What and why: We have all heard how you should keep moving and not sit down immediately after finishing a marathon. I feel this theory extends to the next few days as well. Providing gentle blood flow to sore areas not only helps bring nutrients that heal into the muscles, but also assists in moving out the waste products and damaged tissue, and that serves to reduce post-race soreness. While work obligations and the normal life I led during the weekdays in 2006 took its toll on me, I know I never would have made it through the year if I had not been out running, even if just for 15 to 20 minutes at a snail's pace, the day after each and every marathon.
More insight: Jim Hage, a 2:15 marathoner and one of only two men to win back-to-back Marine Corps Marathons, attests to a primary recovery method called "Hair o' the Dog." While he agrees rest is vitally important, he believes getting back out there is important, too. "It's a major psychological boost to keep moving rather than atrophy mentally and physically. Sort of like having a cold; I generally feel worse if I give in and feel sorry for myself."
One of Marathonguide.com's top marathoners of 2006, Mike Aldrink of Columbus, Ohio, concurs. Moreover, the psychological boost he receives from not remaining sedentary is quite high, even if he only goes for a short, slow jog.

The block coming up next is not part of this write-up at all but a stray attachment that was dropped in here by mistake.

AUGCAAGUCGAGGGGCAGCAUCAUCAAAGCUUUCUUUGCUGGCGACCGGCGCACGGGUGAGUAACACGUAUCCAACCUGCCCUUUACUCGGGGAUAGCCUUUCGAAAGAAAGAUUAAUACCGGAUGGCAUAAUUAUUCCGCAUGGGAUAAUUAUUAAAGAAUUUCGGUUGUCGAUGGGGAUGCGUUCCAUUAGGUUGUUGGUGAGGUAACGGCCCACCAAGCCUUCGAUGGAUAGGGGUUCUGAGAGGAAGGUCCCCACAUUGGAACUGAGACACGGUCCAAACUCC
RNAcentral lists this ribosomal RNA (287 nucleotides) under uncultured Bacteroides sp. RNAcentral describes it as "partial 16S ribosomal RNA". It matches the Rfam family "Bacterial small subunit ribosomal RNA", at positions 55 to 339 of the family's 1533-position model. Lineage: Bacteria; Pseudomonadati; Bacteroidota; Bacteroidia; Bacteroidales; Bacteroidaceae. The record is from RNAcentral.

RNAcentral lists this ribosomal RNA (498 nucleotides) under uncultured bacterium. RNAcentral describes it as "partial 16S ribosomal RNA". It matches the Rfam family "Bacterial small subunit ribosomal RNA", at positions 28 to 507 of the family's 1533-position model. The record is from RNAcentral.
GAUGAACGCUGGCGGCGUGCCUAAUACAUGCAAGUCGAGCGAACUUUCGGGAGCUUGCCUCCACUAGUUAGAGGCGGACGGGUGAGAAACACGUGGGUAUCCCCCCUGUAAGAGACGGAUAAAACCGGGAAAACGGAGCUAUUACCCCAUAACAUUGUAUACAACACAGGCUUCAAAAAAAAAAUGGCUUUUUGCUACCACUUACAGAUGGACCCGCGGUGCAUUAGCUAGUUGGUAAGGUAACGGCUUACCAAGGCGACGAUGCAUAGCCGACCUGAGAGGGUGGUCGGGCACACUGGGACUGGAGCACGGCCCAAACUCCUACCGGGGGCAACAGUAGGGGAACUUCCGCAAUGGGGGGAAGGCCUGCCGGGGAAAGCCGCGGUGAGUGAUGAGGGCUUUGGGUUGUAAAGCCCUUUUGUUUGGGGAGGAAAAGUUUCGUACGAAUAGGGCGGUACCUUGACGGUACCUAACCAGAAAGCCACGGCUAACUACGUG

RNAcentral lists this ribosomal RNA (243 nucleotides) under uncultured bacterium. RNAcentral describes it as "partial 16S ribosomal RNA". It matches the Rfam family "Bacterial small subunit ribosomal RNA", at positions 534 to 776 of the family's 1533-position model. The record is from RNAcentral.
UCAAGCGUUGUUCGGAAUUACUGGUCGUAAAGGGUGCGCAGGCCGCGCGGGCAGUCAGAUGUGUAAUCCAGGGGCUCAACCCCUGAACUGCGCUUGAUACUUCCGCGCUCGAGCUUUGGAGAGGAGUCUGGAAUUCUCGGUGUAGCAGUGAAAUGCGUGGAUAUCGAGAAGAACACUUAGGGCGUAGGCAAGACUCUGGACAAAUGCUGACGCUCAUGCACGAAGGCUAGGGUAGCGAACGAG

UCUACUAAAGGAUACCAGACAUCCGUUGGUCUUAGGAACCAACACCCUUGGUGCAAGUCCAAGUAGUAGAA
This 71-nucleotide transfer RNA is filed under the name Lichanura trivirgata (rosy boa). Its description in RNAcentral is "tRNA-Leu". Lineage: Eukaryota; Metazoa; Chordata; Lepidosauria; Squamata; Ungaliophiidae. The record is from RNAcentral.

Plus: Remember, Dick Beardsley went for a nice easy run the day after his infamous Duel in the Sun with Alberto Salazar at the scorching 1982 Boston Marathon.

Take An Ice Bath

What and why: The basic theory of an ice bath is that the freezing water will constrict the blood vessels in your legs, reducing swelling. Once you leave the icy coffin and warm your legs, the ensuing blood flow will deliver fresh oxygen to the muscle cells, helping the cells repair the damage done from the exertion during the race. I personally do not subscribe to the idea but it definitely works for some.